Early Access Program

WebStorm 2019.1 Early Access Preview: improved support for Vue and TypeScript, updated HTML docs, save project as template

We are again opening our Early Access Program – this time for WebStorm 2019.1! This means that every week, all the way through to the end of March (that’s when a stable release of v2019.1 is coming), there’s going to be a new EAP build that you can use to try out the latest features and improvements.

Toolbox App is the easiest way to get the EAP builds and keep both the stable and EAP versions up to date. Of course, you can also download the EAP builds from our website.

Download WebStorm 2019.1 EAP

If you’re not yet familiar with our Early Access Programs, here are the basics you should know:

  • Every week we publish a fresh build for the upcoming version of WebStorm.
  • EAP builds provide access to the newest features we’re currently developing.
  • EAP builds are free to use but expire within 30 days of the build date.
  • You can install an EAP build side by side with a stable WebStorm version.
  • Your feedback is very welcome in our issue tracker: youtrack.jetbrains.com/issues/WEB. Please don’t forget to mention the build number you’re using.

Important! WebStorm EAP builds are not fully tested and might be unstable.

Here are some of the highlights from WebStorm 2019.1 EAP #1 (build 191.4212.27):

To learn about the new features added in the next WebStorm 2019.1 EAP builds, please see these blog posts.

Easier navigation in Angular projects

We know that when working on Angular projects you always have to jump between the different component files such as TypeScript, template, and style files. There are many ways to do this: you can use the Navigation bar, or the Project view, or Go to File, or the Angular CLI QuickSwitch plugin…

We’ve decided to add one more – using the Related Symbol… popup. When you’re in one of the Angular component files, press Ctrl-Cmd-Up on macOS or Ctrl+Alt+Home on Windows and Linux to see the list of other related files. Then you can use the arrow keys to select the file you need and then press Enter to open it.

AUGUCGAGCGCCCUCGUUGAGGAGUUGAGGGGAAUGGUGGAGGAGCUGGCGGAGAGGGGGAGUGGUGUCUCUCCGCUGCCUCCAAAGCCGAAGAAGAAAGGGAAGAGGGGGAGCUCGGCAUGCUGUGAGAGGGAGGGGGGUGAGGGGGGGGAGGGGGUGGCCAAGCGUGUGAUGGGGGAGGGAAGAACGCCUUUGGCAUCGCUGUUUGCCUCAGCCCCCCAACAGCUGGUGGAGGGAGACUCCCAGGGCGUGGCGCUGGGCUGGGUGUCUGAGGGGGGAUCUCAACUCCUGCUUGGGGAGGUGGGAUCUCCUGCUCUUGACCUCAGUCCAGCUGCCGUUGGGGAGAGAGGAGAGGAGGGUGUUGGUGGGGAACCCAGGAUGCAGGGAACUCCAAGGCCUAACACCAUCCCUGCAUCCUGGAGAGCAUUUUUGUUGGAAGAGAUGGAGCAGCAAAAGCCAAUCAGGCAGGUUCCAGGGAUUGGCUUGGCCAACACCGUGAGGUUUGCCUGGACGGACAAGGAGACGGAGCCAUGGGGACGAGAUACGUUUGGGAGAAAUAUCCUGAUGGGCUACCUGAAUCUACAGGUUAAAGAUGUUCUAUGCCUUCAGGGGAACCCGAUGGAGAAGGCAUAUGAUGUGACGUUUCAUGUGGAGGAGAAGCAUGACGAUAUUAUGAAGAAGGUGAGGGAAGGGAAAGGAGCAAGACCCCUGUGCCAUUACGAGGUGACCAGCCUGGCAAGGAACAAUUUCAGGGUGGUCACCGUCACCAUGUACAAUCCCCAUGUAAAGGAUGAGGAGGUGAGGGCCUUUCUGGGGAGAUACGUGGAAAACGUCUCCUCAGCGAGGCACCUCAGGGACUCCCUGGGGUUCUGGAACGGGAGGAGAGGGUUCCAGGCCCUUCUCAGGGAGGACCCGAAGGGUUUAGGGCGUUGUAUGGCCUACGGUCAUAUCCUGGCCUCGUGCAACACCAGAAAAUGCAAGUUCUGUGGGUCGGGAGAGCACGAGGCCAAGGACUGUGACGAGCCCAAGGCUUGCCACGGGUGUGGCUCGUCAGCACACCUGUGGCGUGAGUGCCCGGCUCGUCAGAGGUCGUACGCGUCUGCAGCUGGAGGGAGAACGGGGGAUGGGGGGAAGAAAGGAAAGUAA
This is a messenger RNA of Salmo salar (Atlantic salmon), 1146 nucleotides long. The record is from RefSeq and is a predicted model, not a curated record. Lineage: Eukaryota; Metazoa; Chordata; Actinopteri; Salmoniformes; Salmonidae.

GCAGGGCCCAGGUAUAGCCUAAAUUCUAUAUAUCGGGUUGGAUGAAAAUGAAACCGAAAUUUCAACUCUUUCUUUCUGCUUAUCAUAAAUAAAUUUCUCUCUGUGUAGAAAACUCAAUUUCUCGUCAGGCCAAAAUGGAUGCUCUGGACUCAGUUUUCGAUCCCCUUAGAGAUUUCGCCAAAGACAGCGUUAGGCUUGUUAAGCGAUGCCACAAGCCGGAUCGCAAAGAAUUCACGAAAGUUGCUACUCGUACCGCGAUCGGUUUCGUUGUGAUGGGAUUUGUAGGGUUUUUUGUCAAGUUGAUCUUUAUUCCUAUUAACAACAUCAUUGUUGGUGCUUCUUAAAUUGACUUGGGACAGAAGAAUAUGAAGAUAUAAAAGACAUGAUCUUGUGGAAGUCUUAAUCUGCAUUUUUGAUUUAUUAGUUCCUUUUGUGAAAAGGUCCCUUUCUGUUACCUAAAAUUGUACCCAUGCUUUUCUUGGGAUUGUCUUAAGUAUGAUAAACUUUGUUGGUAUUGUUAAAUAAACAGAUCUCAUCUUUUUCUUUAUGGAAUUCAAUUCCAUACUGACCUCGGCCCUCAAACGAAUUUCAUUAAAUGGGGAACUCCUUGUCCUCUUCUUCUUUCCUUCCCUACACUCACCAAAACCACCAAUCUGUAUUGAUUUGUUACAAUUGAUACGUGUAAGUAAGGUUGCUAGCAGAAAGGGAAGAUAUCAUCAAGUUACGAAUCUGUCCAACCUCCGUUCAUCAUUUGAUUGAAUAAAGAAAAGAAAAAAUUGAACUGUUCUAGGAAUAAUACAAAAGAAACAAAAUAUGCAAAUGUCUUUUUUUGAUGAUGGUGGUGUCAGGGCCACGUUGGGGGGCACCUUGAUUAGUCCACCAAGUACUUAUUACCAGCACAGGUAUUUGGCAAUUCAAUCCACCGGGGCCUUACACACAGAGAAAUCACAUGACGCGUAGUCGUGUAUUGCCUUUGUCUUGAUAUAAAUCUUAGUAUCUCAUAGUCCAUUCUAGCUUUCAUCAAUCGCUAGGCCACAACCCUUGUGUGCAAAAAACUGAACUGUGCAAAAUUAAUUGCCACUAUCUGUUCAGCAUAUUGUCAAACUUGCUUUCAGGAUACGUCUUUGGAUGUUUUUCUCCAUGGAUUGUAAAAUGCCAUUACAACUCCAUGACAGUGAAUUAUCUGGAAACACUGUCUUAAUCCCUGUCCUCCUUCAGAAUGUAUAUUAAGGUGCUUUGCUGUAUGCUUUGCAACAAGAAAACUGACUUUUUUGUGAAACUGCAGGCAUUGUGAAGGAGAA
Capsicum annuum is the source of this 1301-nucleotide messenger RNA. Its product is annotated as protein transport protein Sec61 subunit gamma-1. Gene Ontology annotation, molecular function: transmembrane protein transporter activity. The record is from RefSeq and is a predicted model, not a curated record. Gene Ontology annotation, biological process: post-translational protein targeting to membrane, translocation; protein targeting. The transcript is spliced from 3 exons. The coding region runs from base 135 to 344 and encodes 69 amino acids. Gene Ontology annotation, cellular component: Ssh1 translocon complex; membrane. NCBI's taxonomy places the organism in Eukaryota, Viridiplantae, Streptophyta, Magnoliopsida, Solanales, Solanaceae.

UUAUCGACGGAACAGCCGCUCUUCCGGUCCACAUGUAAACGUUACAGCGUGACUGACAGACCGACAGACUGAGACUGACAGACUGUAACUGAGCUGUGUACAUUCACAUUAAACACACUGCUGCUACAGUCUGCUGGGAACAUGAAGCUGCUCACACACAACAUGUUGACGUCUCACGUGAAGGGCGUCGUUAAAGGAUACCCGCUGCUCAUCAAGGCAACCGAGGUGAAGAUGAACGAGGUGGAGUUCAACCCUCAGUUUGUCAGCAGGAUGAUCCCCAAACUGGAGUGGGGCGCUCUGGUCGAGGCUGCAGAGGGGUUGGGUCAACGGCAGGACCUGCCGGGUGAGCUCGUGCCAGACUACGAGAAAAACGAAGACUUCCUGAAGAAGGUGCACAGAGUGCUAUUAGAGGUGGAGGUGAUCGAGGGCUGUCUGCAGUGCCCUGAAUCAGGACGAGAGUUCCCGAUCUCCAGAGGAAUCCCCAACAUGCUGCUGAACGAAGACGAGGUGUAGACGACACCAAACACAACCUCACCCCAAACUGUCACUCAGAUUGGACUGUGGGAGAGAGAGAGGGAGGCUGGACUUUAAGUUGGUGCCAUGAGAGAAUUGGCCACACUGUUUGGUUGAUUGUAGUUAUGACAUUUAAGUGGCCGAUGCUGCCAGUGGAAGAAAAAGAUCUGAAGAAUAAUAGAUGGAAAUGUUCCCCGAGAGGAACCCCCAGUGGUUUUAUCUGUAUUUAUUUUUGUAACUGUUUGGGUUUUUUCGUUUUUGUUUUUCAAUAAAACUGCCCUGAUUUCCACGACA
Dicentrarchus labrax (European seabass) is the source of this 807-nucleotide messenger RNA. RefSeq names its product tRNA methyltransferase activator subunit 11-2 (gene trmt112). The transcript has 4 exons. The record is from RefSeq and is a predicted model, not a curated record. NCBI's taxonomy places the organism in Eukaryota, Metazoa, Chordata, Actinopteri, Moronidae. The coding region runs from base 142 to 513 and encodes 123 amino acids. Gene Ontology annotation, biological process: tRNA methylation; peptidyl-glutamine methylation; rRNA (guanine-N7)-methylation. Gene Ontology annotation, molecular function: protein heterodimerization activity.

Angular related symbol popup

In the popup, you can also use the numbers associated with each file type: 1. The TypeScript file with the component class; 2. Template; 3. Tests; and 4. Styles. So Ctrl-Cmd-Up / Ctrl+Alt+Home and then 1 will take you to the TypeScript component file.

In the TypeScript file, the Related Symbol popup will also list all the symbols that were imported into this file (hence, the name).

Better support for Vue projects with TypeScript

We have good news for all our Vue and TypeScript fans! WebStorm now uses the TypeScript language service together with its own TypeScript support, for any TypeScript code in .vue files. This means that you’ll now get more accurate type checking and type info, and you will be able to use the quick-fixes provided by the service. All the TypeScript errors in the current file will be listed in the TypeScript tool window at the bottom of the IDE window.

Save project as a template

Do you have a project that you want to use as a template for other new projects? Now with the new action Save as a Template in the Tools menu you can create custom project templates.

To use the template, click Create New Project on the IDE Welcome Screen and simply select the template from the list.

Create new project from custom template
All project settings in the .idea folder will be saved in the template. So if you want your new project to have some predefined run/debug configurations, check the Share checkbox in the configuration before you save the template.

Updated HTML documentation

We updated the HTML documentation to make it much more informative and useful. The quick documentation for a tag (Ctrl+Q on Windows and Linux or F1 on macOS) shows its short description from MDN including its compatibility with the most popular browsers: Chrome (+Android), Safari (+iOS), Firefox, IE, and Edge. (Note that if there’s no available information or if a tag is available in all browsers, then no browser info is shown.)